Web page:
Bodywork

Lance Armstrong's Most Trusted Teammate

George Hincapie was one of the peloton's most respected riders—and Lance's dominant domestique. But when he had to testify before the U.S Anti-Doping Agency, he faced a brutal choice: Speak out about Lance and his own doping past, or quit the sport altogether.

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Lance Armstrong rides next to George Hincapie during the 17th stage of the 2004 Tour de France.     Photo: Gero Breloer/AP

Editors' Note: In George Hincapie's new memoir, The Loyal Lieutenant: Leading Out Lance and Pushing Through Pain on the Rocky Road to Paris, the popular rider delves into his past, examining his longtime relationship with Lance Armstrong, his own involvement with performance-enhancing drugs, and the pressure that led him to testify against his teammates.

During his career, Hincapie completed the Tour de France a record-tying 16 times, won the Gent-Wevelgem spring classic, took home the National Road Race Championship title on three occasions (one later stripped), and was a perennial contender at Paris-Roubaix. He retired from racing professionally at the end of 2012, and now plays an active role in Hincapie Sportswear and the professional Hincapie Sportswear Development Team.

In the following exclusive excerpt from his book, Hincapie is confronted by Travis Tygart, the CEO of USADA, who pressures him to testify.


From: The Loyal Lieutenant

It came down to a choice, or really an ultimatum. Either I agreed to talk to USADA or my racing days were over.

I spent the week in between the Tour of California and the National Championships on the phone with my lawyer as he negotiated how and when I'd testify. Throughout those days, I vacillated constantly as to what was the right decision.

I didn't have to talk to USADA, but because they governed my sport, if I wanted to keep riding professionally, they held all the power. We finally agreed that I would talk to them right after Nationals. I almost told them to fuck off, and decided to retire. I called my brother and told him that was my plan. I was tired of fighting. I just wanted it over. But then I realized if I did do that—if I thumbed my nose at them, issued a press release, admitted my doping past, and said my sorrys—nobody would have believed I cared about the sport or tried to change anything.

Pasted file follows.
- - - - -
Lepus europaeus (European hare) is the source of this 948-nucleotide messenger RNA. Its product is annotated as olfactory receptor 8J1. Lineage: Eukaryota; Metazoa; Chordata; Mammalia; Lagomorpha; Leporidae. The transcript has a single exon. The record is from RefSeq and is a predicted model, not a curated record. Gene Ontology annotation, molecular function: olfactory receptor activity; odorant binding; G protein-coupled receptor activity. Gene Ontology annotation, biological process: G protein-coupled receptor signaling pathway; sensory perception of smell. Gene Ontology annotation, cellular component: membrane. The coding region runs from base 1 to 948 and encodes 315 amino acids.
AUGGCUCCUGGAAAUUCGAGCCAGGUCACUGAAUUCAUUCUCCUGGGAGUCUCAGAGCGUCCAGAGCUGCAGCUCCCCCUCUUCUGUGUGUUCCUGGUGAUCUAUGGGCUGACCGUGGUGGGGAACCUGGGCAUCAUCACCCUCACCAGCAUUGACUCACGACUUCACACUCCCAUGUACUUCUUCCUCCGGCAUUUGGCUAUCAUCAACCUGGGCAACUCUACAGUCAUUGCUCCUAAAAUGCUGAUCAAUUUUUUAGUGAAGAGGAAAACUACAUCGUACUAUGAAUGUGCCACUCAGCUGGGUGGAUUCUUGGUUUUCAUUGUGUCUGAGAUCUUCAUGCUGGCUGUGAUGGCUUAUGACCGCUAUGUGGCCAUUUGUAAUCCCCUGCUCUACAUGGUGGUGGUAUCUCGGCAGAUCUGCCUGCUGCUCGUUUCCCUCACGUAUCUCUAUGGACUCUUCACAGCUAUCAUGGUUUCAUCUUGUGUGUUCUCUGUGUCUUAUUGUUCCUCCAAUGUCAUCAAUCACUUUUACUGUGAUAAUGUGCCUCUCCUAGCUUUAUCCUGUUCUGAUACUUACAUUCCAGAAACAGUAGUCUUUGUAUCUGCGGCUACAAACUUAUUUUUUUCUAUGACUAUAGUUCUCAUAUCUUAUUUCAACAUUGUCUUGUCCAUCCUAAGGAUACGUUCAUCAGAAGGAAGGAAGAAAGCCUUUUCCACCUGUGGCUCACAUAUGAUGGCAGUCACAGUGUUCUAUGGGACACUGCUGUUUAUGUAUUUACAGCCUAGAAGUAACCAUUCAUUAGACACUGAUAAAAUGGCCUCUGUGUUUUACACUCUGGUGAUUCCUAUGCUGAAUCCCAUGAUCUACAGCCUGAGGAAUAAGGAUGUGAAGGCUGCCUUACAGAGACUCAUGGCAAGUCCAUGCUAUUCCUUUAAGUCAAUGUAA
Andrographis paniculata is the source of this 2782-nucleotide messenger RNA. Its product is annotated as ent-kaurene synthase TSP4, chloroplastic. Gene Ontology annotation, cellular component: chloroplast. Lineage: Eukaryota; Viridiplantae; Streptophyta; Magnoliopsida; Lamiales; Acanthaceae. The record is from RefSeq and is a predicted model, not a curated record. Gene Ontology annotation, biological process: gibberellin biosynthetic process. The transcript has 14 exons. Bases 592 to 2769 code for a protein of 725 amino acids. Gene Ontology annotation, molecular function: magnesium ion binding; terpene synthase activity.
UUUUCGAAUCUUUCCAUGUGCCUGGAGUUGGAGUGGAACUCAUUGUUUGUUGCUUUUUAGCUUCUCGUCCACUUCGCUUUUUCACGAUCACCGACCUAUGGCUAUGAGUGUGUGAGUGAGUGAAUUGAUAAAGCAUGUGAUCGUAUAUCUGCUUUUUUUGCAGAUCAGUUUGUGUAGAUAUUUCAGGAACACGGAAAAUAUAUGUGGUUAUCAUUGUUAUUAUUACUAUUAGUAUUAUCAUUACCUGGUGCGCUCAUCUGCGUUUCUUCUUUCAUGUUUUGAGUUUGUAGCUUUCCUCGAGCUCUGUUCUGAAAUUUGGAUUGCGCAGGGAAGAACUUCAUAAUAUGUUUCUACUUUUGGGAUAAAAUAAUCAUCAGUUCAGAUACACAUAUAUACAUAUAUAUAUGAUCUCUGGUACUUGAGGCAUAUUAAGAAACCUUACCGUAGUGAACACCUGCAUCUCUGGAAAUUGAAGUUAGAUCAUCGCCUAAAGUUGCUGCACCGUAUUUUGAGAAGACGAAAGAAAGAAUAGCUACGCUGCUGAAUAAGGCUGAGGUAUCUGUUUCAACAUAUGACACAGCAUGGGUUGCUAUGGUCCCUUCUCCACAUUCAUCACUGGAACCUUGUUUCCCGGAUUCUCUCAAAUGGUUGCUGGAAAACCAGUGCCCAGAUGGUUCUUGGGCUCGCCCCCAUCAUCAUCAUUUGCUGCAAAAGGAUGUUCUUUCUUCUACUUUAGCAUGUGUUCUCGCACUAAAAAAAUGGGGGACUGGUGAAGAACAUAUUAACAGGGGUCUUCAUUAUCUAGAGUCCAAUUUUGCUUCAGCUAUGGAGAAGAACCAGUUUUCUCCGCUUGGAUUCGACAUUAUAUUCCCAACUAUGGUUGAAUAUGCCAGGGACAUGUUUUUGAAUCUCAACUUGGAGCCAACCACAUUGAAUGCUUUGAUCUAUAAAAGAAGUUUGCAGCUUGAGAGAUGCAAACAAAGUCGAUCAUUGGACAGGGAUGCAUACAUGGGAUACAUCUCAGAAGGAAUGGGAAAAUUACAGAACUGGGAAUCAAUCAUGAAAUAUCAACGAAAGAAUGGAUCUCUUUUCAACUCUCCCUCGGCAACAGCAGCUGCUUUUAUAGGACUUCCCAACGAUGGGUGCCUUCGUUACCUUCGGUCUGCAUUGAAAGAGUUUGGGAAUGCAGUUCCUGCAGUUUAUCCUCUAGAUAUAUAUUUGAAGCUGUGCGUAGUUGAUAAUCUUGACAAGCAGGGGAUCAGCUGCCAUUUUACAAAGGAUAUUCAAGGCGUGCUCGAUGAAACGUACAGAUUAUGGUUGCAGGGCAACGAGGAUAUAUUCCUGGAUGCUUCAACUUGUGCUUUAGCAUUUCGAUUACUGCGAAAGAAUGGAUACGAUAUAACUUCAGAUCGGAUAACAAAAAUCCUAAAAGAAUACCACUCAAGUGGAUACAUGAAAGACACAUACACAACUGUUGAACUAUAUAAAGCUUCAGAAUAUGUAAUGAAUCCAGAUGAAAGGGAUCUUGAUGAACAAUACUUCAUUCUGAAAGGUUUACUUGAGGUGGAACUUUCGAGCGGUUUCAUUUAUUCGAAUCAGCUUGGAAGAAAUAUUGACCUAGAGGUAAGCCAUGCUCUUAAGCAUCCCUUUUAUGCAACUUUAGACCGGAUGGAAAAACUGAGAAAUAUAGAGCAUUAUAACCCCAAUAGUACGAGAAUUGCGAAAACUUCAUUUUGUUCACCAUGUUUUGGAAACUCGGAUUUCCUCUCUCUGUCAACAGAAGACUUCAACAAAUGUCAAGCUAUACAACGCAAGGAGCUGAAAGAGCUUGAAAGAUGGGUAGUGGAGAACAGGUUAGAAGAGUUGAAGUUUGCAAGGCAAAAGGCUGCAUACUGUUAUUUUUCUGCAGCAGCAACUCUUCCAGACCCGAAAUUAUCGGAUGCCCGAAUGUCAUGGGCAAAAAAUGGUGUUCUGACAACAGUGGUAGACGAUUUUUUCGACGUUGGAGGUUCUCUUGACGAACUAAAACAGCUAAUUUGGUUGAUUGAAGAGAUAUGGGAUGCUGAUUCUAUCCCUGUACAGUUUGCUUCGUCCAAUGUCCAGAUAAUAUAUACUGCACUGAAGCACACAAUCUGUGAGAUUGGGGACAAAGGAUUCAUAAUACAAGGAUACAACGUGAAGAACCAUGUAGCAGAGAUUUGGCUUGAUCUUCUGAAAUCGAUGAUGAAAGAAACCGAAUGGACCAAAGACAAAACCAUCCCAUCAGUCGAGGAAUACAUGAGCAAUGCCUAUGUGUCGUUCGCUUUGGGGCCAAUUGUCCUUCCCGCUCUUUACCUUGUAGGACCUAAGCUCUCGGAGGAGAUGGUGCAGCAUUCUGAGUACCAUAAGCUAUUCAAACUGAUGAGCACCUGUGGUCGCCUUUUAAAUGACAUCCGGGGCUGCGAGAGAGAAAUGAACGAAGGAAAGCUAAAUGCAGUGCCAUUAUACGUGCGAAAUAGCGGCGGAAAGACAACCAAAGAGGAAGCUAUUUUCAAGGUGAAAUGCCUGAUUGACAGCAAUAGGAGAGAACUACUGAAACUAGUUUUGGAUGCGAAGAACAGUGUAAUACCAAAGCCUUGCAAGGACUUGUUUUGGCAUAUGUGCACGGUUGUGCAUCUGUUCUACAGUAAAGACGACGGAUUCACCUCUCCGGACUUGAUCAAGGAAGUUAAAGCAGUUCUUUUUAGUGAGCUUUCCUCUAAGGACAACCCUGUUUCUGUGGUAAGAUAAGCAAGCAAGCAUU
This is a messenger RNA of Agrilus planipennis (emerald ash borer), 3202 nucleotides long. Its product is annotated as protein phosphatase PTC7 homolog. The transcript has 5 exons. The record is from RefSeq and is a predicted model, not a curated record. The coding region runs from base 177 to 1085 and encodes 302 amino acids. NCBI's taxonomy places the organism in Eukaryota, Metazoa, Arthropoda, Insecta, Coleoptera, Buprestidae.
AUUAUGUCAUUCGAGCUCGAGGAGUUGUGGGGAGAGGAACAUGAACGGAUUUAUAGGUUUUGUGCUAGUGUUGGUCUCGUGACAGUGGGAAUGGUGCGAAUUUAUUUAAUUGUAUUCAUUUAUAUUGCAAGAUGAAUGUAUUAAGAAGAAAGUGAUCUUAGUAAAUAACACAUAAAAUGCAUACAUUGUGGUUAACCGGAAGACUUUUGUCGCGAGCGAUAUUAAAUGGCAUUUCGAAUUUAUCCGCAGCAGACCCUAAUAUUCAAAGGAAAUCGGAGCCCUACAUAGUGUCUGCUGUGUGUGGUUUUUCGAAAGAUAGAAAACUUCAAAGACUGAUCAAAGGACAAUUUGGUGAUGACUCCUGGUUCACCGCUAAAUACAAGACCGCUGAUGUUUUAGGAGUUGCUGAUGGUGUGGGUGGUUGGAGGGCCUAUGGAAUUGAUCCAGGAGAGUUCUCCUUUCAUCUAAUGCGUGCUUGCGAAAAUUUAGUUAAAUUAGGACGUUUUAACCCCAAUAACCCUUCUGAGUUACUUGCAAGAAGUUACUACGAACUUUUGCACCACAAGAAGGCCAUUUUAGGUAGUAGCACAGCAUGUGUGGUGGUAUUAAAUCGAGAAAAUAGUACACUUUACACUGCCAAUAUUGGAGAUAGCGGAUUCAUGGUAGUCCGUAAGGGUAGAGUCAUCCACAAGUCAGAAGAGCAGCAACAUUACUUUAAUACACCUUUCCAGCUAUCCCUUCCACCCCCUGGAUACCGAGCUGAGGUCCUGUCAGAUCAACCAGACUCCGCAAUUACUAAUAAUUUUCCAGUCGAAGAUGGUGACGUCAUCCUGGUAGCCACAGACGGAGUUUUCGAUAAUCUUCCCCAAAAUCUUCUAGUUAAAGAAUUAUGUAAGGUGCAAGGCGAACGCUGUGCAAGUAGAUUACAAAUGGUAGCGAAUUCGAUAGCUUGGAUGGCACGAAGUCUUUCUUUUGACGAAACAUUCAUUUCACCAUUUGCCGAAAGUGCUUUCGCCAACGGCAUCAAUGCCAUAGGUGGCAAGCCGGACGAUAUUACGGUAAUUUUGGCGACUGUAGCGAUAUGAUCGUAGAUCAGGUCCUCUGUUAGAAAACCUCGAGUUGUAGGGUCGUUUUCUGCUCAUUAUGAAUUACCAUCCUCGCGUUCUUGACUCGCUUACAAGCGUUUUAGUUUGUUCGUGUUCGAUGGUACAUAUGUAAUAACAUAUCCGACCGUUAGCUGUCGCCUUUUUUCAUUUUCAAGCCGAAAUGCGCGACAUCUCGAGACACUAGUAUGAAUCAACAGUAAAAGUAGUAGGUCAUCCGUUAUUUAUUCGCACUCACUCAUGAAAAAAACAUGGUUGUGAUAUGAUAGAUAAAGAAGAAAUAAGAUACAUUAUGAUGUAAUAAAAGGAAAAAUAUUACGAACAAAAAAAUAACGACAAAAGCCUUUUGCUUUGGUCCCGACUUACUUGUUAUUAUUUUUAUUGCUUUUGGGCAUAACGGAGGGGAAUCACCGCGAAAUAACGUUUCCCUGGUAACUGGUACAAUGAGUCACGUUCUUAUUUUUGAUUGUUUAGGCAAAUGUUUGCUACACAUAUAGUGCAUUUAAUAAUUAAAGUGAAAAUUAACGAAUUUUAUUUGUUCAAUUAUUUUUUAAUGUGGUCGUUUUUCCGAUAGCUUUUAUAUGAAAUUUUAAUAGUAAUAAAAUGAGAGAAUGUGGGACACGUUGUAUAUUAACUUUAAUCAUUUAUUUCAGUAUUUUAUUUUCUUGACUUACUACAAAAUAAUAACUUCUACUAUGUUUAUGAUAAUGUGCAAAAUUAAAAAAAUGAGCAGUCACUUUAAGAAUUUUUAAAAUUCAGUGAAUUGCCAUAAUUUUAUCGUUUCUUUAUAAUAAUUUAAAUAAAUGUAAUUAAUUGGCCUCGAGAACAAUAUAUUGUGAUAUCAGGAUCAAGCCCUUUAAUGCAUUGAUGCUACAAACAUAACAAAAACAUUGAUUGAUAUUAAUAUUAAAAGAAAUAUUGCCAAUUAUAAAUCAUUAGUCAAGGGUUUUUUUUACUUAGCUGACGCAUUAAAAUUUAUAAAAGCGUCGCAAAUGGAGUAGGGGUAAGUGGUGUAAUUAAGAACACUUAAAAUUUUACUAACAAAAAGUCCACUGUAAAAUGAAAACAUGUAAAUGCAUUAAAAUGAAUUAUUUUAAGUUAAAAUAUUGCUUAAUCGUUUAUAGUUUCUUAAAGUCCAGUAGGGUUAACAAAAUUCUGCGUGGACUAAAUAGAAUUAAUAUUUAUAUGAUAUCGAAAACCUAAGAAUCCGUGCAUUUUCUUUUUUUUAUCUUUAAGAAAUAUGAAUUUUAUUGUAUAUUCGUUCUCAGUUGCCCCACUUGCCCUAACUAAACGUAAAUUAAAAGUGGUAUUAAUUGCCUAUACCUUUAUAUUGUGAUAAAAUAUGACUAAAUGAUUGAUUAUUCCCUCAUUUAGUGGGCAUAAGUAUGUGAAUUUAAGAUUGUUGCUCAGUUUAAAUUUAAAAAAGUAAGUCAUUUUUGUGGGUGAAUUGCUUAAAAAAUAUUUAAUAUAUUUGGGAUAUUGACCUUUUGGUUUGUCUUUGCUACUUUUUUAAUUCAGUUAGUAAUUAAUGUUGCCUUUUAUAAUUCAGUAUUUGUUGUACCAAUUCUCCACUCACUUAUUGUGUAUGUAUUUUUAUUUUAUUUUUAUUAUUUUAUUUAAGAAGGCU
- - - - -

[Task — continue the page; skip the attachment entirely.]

If I stayed in, as painful as it would be, I could still race and still be part of the change. I would send a message—I'm still here doing what I've always done, and that's help the best. 

Christian Vande Velde
I feel the biggest change was from the inside, and it happened long before 2012—which is a compliment to teams like Slipstream and Highroad. The hardest pill to swallow is that we'd done a majority of the work to clean up the sport before the investigation.

Roughly forty-eight hours after crossing the finish line in Greenville [at the National Championships], I was on a conference call with Travis Tygart and his USADA team. With that call, I felt I went against everything I had stood for my whole career. I had been the "loyal lieutenant," the one guy people could count on. It's what had defined me, and now I was being forced to turn on my teammates, friends, and associates.

After that phone call, I struggled. I knew that I was the last pawn they needed. Once they got me, it was all over. They'd promised a reduced suspension and a statement saying I was part of the change in the sport. Their validation counted for nothing. I'd already been part of the change way before they'd come along.

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